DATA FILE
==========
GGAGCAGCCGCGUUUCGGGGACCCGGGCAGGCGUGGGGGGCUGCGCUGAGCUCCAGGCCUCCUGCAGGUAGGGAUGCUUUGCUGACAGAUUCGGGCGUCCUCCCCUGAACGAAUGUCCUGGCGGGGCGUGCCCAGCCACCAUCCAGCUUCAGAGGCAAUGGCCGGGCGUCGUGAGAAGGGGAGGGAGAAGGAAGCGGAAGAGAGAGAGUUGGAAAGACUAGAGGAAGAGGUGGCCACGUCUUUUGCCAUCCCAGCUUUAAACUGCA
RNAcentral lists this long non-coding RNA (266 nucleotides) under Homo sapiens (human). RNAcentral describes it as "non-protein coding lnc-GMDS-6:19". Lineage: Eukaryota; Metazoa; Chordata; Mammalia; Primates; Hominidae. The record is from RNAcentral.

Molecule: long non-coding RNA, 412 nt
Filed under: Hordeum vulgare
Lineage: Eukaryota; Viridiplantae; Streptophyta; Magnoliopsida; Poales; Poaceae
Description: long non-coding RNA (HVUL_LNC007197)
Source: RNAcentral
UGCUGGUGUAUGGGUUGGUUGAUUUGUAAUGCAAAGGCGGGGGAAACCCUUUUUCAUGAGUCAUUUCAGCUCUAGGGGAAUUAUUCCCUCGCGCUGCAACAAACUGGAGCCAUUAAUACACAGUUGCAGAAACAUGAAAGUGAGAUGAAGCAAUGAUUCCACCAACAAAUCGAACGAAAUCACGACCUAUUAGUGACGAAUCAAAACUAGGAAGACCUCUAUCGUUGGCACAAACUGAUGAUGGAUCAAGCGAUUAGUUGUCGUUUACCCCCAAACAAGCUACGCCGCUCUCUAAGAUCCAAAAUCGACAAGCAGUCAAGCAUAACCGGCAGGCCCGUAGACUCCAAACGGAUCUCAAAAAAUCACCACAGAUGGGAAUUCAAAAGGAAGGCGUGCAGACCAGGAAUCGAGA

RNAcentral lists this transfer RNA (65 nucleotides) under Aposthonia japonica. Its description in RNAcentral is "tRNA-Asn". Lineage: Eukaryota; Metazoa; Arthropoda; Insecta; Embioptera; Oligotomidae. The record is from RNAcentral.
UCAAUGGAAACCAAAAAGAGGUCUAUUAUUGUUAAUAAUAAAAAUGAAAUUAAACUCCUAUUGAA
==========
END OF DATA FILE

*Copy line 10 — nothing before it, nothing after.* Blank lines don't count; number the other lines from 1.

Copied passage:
UCAAUGGAAACCAAAAAGAGGUCUAUUAUUGUUAAUAAUAAAAAUGAAAUUAAACUCCUAUUGAA